By Sue Eiholzer from NOON, Neighbors of the Onondaga Nation
Repatriation is the returning of cultural items — human remains, funerary objects, sacred objects and objects of cultural patrimony — to lineal descendants. In the United States this refers most often to Native Americans and is covered by the Native American Graves Protection and Repatriation Act of 1990 (NAGPRA). Native American cultural items and remains have been and are sometimes valued by non-native individuals seeking to collect or sell them. Other times they were turned over to universities or museums, studied, stored and often forgotten.
While NAGPRA is a beginning and commendable, it can be very complicated, as in the case of the National Museum of the American Indians which has developed a detailed process for repatriation. The US Government Accountability Office notes that a 2020 report estimated that there are more than 116,000 Native American human remains still in museums and other collections. So there is still much work to be done.
Approximately, forty-six states have passed their own laws governing the steps required when Native American burial sites were discovered in their state. Why did the New York Legislature unanimously pass the Protection of Unmarked Graves Act? Why did other states pass their own acts into law? Because NAGPRA does not cover the discovery of burial sites or how materials discovered should be handled. It only covers institutions that receive federal funding and have been given remains and artifacts. It specifies practices to follow in repatriating cultural items to the appropriate descendants.
Cornell has recently returned native remains dug up in 1964. This is an example of how discoveries were often handled in the past. Cornell President Martha E. Pollack said, “We’re returning ancestral remains and possessions that we now recognize never should have been taken, never should have come to Cornell and never should have been kept here.”
The University of Kansas (KU) has hired a repatriation program manager to facilitate the return of 380 ancestors and 554 burial objects university staff found on campus in September 2022.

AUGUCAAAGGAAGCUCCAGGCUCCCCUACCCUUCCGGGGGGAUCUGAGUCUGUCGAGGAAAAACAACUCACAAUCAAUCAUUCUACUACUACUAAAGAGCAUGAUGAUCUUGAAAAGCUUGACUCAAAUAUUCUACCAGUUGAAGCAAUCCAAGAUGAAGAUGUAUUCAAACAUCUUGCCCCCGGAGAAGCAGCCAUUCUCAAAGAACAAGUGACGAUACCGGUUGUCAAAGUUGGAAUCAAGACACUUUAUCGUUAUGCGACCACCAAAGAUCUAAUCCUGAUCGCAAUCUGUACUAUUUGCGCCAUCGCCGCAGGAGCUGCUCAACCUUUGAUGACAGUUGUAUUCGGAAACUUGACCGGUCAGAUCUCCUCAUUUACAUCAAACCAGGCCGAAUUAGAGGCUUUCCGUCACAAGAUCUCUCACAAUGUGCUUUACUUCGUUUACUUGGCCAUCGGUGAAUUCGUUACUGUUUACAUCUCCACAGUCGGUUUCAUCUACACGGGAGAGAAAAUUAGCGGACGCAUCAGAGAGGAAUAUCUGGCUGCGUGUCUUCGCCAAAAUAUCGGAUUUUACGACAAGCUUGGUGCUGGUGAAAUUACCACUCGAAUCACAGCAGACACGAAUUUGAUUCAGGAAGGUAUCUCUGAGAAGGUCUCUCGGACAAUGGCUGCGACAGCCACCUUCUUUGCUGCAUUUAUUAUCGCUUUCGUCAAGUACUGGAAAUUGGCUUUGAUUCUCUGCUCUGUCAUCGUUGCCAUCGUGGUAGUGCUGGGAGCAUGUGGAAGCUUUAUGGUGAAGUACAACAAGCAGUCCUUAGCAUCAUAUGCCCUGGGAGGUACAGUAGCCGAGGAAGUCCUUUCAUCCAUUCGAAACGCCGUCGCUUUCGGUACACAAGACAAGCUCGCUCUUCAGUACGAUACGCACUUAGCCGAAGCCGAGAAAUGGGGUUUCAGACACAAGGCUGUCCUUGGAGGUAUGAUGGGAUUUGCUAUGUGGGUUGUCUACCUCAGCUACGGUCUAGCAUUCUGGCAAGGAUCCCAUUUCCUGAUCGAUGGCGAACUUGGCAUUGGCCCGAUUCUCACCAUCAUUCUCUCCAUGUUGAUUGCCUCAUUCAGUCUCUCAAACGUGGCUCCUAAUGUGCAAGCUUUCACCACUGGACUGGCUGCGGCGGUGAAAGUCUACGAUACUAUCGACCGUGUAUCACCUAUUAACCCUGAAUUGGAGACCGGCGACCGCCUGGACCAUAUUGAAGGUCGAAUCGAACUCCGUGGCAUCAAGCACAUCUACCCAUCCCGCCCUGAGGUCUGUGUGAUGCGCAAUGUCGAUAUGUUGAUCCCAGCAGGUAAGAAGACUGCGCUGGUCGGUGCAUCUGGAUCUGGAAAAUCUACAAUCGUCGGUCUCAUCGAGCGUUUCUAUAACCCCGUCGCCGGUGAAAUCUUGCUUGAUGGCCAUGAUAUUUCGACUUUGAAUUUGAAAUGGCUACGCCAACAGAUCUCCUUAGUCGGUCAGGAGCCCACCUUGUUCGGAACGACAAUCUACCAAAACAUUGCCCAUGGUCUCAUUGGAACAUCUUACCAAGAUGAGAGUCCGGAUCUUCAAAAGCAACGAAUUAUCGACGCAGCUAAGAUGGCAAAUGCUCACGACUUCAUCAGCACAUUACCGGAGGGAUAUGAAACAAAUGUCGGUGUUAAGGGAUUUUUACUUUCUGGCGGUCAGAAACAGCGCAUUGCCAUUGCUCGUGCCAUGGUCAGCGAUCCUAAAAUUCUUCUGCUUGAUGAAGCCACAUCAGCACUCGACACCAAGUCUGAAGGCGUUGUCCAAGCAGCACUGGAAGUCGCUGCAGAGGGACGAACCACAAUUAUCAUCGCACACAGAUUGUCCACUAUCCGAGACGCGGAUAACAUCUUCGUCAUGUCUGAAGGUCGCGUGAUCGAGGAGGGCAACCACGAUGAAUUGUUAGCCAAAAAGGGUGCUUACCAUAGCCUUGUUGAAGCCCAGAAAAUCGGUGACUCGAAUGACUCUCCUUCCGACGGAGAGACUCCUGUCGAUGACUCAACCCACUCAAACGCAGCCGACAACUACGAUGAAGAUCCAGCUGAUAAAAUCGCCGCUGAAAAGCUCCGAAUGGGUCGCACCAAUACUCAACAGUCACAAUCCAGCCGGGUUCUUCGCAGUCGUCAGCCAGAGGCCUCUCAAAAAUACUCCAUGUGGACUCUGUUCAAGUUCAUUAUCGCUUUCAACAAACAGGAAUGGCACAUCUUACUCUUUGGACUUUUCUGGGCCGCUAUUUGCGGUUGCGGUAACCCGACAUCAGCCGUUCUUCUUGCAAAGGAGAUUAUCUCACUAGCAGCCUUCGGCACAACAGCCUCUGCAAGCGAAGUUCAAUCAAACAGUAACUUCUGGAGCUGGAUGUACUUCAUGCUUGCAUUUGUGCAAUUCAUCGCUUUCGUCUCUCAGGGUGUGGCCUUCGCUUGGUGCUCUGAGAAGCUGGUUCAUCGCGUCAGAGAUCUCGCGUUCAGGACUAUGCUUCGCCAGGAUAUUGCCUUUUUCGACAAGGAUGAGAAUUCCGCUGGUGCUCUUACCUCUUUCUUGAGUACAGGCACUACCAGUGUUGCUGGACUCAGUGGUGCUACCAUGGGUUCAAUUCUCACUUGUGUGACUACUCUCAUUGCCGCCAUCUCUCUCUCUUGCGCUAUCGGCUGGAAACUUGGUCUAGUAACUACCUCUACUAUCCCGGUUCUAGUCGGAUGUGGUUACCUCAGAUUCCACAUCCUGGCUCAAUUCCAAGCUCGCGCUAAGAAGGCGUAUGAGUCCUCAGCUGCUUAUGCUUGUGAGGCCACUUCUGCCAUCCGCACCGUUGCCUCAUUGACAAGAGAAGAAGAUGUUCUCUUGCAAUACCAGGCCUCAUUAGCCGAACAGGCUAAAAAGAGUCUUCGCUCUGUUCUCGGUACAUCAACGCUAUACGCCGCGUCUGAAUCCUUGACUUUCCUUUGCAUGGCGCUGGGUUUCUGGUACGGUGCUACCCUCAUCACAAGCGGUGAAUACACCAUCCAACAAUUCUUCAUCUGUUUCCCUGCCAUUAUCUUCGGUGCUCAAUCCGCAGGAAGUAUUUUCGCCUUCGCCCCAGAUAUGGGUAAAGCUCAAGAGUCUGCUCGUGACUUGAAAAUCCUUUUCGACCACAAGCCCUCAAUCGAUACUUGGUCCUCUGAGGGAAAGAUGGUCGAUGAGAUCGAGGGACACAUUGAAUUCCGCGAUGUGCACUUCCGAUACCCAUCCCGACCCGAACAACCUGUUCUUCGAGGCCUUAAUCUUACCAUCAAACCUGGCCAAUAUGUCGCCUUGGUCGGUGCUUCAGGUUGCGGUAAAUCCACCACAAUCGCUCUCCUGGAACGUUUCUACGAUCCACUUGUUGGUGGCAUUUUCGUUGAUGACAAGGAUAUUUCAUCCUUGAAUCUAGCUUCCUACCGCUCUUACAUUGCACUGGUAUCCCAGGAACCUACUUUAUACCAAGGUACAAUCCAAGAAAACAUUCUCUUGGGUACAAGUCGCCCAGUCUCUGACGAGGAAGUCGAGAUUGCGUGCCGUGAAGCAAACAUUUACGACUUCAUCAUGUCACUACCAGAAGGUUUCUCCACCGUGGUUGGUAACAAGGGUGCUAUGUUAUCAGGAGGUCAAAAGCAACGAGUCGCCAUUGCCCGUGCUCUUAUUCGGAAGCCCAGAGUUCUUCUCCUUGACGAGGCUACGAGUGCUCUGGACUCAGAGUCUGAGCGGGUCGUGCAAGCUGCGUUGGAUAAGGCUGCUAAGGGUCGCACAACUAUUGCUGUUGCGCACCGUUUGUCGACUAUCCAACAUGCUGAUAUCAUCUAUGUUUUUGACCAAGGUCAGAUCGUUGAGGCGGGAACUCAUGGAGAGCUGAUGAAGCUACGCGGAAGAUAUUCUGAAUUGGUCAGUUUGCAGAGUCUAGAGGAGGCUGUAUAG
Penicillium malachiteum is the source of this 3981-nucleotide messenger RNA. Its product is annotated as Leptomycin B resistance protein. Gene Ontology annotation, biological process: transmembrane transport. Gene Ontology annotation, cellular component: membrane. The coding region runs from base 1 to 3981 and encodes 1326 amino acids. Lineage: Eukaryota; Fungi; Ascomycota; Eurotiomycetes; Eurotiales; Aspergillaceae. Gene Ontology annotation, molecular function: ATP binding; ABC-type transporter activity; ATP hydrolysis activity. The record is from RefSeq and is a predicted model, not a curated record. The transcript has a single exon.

Representatives of the Haudenosaunee were in Geneva, Switzerland recently to take back sacred objects on display at the Museum of Ethnography. Some items had been in the museum’s posession since 1825. Themuseum has been inviting and cooperating with traditional communities to identify the objects that could be returned giving priority to human remains, funeral artefacts and sacred objects. One man seeing the objects on displayand and bringing it to the director’s attention started this process.
Several years ago, the director of the Onondaga Historical Association in Syracuse was challenged by an Onondaga Clan Mother to return the remains of her ancestors that they had in their possession. Because he was new to his job, he was not familiar with everything OHA had in their collection. When he checked with his staff, he discovered that she was correct. Remains and sacred materials are often stored away and forgotten. OHA repatriated the remains and they were re-interred at the Onondaga Nation. OHA also returned cultural items.
Unfortunately, the human rights of Native Americans have too often been disrespected out of ignorance or in the name of “progress” or to expedite financial avarice. If you happen to find what you suspect is a burial site, please notify authorities and encourage them to follow appropriate procedures. If you learn about an institution or visit a museum that has cultural material in their possession, let the appropriate individuals know about NAGPRA and also your discomfort with their collection. The National Park Service provides extensive guidelines. Share this information with friends and family to educate more people about this injustice to the original peoples of our land.
In the February newsletter, we highlighted this issue when New York Governor Kathy Hochul vetoed the Protection of Unmarked Graves Act, which had passed both houses of the New York State legislature unanimously. If you live in New York and have not contacted Gov. Hochul, you may want to let her know your feelings about her veto at Governor Contact Form | Governor Kathy Hochul (ny.gov) or calling her at 1-518-474-8390. If she does not hear feedback that her constituents are unhappy with her decision, she will have no reason to act differently in the future.